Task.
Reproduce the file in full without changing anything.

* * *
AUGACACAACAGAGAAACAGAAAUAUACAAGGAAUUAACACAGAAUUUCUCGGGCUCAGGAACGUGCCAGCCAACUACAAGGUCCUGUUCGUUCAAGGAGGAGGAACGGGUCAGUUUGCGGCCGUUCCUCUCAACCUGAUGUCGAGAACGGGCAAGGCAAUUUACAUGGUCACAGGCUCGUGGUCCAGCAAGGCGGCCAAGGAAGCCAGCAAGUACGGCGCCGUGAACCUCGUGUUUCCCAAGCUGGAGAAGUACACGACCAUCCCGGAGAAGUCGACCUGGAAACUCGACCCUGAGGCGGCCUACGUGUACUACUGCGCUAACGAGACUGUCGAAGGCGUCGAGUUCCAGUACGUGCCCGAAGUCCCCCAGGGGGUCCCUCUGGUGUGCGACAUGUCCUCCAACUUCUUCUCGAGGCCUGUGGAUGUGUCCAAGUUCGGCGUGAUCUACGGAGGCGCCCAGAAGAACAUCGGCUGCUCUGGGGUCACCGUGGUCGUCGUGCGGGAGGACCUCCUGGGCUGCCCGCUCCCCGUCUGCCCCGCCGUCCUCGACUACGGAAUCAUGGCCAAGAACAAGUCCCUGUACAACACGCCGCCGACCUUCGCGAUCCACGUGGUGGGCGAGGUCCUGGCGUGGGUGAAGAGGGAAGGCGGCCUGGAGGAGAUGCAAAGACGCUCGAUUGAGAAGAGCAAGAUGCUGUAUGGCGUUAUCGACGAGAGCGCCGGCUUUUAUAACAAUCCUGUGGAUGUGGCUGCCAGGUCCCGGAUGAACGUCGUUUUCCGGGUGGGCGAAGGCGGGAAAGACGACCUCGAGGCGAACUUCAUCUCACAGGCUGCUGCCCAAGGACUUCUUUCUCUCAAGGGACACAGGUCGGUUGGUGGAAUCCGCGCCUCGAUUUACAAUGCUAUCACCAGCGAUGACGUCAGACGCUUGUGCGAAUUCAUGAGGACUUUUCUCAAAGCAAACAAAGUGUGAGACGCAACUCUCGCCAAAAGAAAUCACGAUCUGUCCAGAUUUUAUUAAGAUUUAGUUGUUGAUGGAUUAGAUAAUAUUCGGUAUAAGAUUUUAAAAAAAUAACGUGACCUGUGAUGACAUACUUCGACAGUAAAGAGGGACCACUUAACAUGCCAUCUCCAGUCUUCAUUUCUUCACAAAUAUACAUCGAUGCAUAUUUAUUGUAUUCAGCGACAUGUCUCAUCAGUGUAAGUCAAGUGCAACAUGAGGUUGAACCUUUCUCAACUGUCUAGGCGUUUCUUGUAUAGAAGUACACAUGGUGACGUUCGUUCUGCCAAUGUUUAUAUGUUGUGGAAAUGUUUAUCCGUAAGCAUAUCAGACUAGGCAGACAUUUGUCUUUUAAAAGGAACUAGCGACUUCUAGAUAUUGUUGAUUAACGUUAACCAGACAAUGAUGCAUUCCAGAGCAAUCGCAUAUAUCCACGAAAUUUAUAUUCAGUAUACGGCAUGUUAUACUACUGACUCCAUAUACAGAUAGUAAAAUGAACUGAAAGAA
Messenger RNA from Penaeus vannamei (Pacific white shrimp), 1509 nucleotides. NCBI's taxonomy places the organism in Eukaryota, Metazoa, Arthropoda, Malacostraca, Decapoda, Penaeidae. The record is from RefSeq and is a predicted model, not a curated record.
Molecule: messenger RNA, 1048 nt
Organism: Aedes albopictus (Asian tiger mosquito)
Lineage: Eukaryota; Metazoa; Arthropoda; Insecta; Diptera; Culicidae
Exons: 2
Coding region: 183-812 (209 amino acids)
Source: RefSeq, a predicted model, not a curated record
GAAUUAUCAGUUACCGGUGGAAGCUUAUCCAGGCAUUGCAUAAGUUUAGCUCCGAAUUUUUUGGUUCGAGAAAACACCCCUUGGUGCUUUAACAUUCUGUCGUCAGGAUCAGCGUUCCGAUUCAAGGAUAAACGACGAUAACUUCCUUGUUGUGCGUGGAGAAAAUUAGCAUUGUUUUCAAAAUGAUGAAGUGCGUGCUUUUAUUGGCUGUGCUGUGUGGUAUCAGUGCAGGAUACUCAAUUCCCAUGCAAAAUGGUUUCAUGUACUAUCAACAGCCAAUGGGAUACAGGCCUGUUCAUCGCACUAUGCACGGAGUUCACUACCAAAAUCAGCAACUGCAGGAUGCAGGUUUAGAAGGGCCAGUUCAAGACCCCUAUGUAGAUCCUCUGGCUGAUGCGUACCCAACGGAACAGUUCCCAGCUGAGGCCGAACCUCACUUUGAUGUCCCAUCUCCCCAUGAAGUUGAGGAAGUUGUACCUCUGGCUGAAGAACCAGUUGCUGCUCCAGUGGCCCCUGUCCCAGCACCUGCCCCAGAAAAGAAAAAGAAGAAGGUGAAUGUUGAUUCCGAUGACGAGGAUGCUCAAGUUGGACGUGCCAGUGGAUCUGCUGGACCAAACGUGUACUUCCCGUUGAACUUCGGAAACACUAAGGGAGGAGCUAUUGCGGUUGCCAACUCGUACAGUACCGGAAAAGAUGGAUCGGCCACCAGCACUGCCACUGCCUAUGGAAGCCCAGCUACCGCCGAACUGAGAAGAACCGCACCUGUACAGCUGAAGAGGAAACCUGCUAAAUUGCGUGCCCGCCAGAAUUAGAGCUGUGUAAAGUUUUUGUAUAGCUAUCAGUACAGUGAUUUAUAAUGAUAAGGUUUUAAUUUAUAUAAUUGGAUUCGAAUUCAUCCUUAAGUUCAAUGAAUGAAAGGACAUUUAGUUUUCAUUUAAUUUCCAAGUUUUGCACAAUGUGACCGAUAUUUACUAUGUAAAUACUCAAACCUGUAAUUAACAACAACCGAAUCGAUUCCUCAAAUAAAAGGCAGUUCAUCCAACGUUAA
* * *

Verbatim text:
AUGACACAACAGAGAAACAGAAAUAUACAAGGAAUUAACACAGAAUUUCUCGGGCUCAGGAACGUGCCAGCCAACUACAAGGUCCUGUUCGUUCAAGGAGGAGGAACGGGUCAGUUUGCGGCCGUUCCUCUCAACCUGAUGUCGAGAACGGGCAAGGCAAUUUACAUGGUCACAGGCUCGUGGUCCAGCAAGGCGGCCAAGGAAGCCAGCAAGUACGGCGCCGUGAACCUCGUGUUUCCCAAGCUGGAGAAGUACACGACCAUCCCGGAGAAGUCGACCUGGAAACUCGACCCUGAGGCGGCCUACGUGUACUACUGCGCUAACGAGACUGUCGAAGGCGUCGAGUUCCAGUACGUGCCCGAAGUCCCCCAGGGGGUCCCUCUGGUGUGCGACAUGUCCUCCAACUUCUUCUCGAGGCCUGUGGAUGUGUCCAAGUUCGGCGUGAUCUACGGAGGCGCCCAGAAGAACAUCGGCUGCUCUGGGGUCACCGUGGUCGUCGUGCGGGAGGACCUCCUGGGCUGCCCGCUCCCCGUCUGCCCCGCCGUCCUCGACUACGGAAUCAUGGCCAAGAACAAGUCCCUGUACAACACGCCGCCGACCUUCGCGAUCCACGUGGUGGGCGAGGUCCUGGCGUGGGUGAAGAGGGAAGGCGGCCUGGAGGAGAUGCAAAGACGCUCGAUUGAGAAGAGCAAGAUGCUGUAUGGCGUUAUCGACGAGAGCGCCGGCUUUUAUAACAAUCCUGUGGAUGUGGCUGCCAGGUCCCGGAUGAACGUCGUUUUCCGGGUGGGCGAAGGCGGGAAAGACGACCUCGAGGCGAACUUCAUCUCACAGGCUGCUGCCCAAGGACUUCUUUCUCUCAAGGGACACAGGUCGGUUGGUGGAAUCCGCGCCUCGAUUUACAAUGCUAUCACCAGCGAUGACGUCAGACGCUUGUGCGAAUUCAUGAGGACUUUUCUCAAAGCAAACAAAGUGUGAGACGCAACUCUCGCCAAAAGAAAUCACGAUCUGUCCAGAUUUUAUUAAGAUUUAGUUGUUGAUGGAUUAGAUAAUAUUCGGUAUAAGAUUUUAAAAAAAUAACGUGACCUGUGAUGACAUACUUCGACAGUAAAGAGGGACCACUUAACAUGCCAUCUCCAGUCUUCAUUUCUUCACAAAUAUACAUCGAUGCAUAUUUAUUGUAUUCAGCGACAUGUCUCAUCAGUGUAAGUCAAGUGCAACAUGAGGUUGAACCUUUCUCAACUGUCUAGGCGUUUCUUGUAUAGAAGUACACAUGGUGACGUUCGUUCUGCCAAUGUUUAUAUGUUGUGGAAAUGUUUAUCCGUAAGCAUAUCAGACUAGGCAGACAUUUGUCUUUUAAAAGGAACUAGCGACUUCUAGAUAUUGUUGAUUAACGUUAACCAGACAAUGAUGCAUUCCAGAGCAAUCGCAUAUAUCCACGAAAUUUAUAUUCAGUAUACGGCAUGUUAUACUACUGACUCCAUAUACAGAUAGUAAAAUGAACUGAAAGAA
Messenger RNA from Penaeus vannamei (Pacific white shrimp), 1509 nucleotides. NCBI's taxonomy places the organism in Eukaryota, Metazoa, Arthropoda, Malacostraca, Decapoda, Penaeidae. The record is from RefSeq and is a predicted model, not a curated record.
Molecule: messenger RNA, 1048 nt
Organism: Aedes albopictus (Asian tiger mosquito)
Lineage: Eukaryota; Metazoa; Arthropoda; Insecta; Diptera; Culicidae
Exons: 2
Coding region: 183-812 (209 amino acids)
Source: RefSeq, a predicted model, not a curated record
GAAUUAUCAGUUACCGGUGGAAGCUUAUCCAGGCAUUGCAUAAGUUUAGCUCCGAAUUUUUUGGUUCGAGAAAACACCCCUUGGUGCUUUAACAUUCUGUCGUCAGGAUCAGCGUUCCGAUUCAAGGAUAAACGACGAUAACUUCCUUGUUGUGCGUGGAGAAAAUUAGCAUUGUUUUCAAAAUGAUGAAGUGCGUGCUUUUAUUGGCUGUGCUGUGUGGUAUCAGUGCAGGAUACUCAAUUCCCAUGCAAAAUGGUUUCAUGUACUAUCAACAGCCAAUGGGAUACAGGCCUGUUCAUCGCACUAUGCACGGAGUUCACUACCAAAAUCAGCAACUGCAGGAUGCAGGUUUAGAAGGGCCAGUUCAAGACCCCUAUGUAGAUCCUCUGGCUGAUGCGUACCCAACGGAACAGUUCCCAGCUGAGGCCGAACCUCACUUUGAUGUCCCAUCUCCCCAUGAAGUUGAGGAAGUUGUACCUCUGGCUGAAGAACCAGUUGCUGCUCCAGUGGCCCCUGUCCCAGCACCUGCCCCAGAAAAGAAAAAGAAGAAGGUGAAUGUUGAUUCCGAUGACGAGGAUGCUCAAGUUGGACGUGCCAGUGGAUCUGCUGGACCAAACGUGUACUUCCCGUUGAACUUCGGAAACACUAAGGGAGGAGCUAUUGCGGUUGCCAACUCGUACAGUACCGGAAAAGAUGGAUCGGCCACCAGCACUGCCACUGCCUAUGGAAGCCCAGCUACCGCCGAACUGAGAAGAACCGCACCUGUACAGCUGAAGAGGAAACCUGCUAAAUUGCGUGCCCGCCAGAAUUAGAGCUGUGUAAAGUUUUUGUAUAGCUAUCAGUACAGUGAUUUAUAAUGAUAAGGUUUUAAUUUAUAUAAUUGGAUUCGAAUUCAUCCUUAAGUUCAAUGAAUGAAAGGACAUUUAGUUUUCAUUUAAUUUCCAAGUUUUGCACAAUGUGACCGAUAUUUACUAUGUAAAUACUCAAACCUGUAAUUAACAACAACCGAAUCGAUUCCUCAAAUAAAAGGCAGUUCAUCCAACGUUAA